Late last week, a well-known science writer and scientist revealed he’d duped the science communication community (and in effect, the public, too) by publishing a terribly conducted study in an illegitimate, pay-to-play scientific journal on the health benefits of consuming chocolate.
John Bohannon, the “Gonzo scientist” as he likes to call himself, published his reveal on the online news site io9, in an article aptly named: “I fooled millions into thinking chocolate helps with weight loss. Here’s how.”
Bohannon, who was a science writer in residence at UW-Madison in 2010, came under fire for his decision to engage in something ethically questionable and for the conclusions he made about science journalism in the wake of his so-called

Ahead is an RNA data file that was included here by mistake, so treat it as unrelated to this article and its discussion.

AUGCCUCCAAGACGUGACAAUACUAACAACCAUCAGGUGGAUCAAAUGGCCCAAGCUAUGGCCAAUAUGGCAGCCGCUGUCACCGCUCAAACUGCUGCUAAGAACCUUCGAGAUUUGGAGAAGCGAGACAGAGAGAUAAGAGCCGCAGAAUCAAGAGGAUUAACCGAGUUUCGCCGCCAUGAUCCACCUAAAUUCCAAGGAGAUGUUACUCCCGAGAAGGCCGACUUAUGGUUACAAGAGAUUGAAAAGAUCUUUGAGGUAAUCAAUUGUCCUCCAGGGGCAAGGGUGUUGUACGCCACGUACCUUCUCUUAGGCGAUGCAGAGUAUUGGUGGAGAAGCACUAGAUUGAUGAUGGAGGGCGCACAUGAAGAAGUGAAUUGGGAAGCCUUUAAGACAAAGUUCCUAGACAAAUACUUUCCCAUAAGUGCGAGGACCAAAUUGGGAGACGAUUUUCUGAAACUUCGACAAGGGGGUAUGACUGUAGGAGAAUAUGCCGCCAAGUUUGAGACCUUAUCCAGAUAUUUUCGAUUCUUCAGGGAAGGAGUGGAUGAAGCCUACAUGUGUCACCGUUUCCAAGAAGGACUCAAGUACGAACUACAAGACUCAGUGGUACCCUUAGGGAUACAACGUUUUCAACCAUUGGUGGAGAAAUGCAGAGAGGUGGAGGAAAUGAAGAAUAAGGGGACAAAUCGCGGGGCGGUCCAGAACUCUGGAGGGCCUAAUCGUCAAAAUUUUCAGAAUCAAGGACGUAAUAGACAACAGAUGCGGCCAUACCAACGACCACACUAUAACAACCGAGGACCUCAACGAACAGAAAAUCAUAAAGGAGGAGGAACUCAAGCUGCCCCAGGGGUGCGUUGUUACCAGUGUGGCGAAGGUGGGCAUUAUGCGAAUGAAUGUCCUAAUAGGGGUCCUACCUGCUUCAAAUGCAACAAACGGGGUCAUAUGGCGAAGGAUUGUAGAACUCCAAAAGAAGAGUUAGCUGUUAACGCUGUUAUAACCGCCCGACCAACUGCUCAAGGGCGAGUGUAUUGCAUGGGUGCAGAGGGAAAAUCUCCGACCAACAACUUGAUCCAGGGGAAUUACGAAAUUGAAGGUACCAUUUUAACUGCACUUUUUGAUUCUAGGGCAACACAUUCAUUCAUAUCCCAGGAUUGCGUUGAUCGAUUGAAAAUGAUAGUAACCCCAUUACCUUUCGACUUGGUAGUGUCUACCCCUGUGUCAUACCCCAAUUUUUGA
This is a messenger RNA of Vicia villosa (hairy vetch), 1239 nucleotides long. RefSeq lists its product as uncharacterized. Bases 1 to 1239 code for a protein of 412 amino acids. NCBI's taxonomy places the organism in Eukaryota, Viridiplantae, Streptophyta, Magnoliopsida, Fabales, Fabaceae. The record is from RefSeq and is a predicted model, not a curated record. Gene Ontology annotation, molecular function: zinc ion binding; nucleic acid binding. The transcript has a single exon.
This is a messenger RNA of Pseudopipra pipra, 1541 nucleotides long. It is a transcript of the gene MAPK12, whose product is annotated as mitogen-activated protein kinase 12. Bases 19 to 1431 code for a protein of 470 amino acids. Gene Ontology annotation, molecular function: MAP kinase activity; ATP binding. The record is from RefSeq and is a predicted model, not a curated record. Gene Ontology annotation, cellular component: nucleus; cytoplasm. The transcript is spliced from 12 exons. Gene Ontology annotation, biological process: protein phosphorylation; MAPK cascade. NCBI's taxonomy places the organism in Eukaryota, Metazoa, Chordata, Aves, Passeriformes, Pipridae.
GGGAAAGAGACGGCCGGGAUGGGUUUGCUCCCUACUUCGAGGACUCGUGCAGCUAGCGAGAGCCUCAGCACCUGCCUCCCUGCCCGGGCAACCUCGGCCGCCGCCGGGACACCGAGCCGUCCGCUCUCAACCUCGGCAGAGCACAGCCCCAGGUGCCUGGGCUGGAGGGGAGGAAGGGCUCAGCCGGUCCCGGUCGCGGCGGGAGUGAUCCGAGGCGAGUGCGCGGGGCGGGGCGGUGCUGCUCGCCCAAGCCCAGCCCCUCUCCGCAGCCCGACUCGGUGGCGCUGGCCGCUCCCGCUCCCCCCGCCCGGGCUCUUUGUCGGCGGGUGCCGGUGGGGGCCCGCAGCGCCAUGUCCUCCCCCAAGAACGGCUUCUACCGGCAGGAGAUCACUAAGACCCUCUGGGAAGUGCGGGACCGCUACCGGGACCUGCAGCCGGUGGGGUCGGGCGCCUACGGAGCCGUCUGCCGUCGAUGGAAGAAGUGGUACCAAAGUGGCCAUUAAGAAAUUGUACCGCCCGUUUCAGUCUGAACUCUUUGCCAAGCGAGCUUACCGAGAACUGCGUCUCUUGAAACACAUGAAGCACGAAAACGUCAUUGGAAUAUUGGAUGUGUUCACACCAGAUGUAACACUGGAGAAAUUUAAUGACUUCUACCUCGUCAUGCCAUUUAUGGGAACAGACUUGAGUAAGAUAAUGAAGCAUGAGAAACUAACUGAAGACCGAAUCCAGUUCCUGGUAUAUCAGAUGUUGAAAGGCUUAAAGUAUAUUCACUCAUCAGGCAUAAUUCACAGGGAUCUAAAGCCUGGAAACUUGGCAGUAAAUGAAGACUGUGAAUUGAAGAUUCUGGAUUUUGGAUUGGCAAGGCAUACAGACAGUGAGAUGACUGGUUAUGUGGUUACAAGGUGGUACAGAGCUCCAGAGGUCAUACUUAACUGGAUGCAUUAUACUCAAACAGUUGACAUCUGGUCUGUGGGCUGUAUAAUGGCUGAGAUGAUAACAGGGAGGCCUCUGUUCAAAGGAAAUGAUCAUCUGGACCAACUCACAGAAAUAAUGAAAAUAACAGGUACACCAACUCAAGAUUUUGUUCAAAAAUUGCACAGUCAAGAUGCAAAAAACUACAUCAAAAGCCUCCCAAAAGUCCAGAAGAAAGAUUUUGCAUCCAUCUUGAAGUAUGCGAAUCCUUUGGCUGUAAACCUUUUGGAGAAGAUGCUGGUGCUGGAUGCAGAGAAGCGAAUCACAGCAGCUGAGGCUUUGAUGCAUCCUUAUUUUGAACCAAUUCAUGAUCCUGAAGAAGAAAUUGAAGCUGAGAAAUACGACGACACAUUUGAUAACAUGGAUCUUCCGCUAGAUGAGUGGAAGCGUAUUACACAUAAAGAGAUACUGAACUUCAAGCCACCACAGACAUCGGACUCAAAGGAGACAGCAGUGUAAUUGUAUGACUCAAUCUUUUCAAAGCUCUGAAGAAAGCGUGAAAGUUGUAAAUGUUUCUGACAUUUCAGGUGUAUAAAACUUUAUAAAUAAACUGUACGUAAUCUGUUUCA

deceit “sting operation.”
So I found it laughably coincidental that, while sifting through historical records this week for an On Wisconsin Magazine story about Wisconsin’s most famous mastodon(s) I came across a dubious chocolate claim made 100 years ago by a UW-Madison geography professor.
According to this 1915 article in the Milwaukee Journal (preserved in The Outcrop, a yearly scrapbook of sorts put together annually by the Geology Club in the early days of the Department of Geoscience), Professor R.H. Whitbeck (and not Whitlock) said people with a frequent chocolate habit were akin to those who do cocaine and opium. Though, as the article says, the good Professor Whitbeck called it “least harmful of all.”
We all have friends who claim to be chocolate addicts. Perhaps they are on to something. Or, perhaps Professor Whitbeck was one of his era’s “Gonzo scientists.” We shall never know.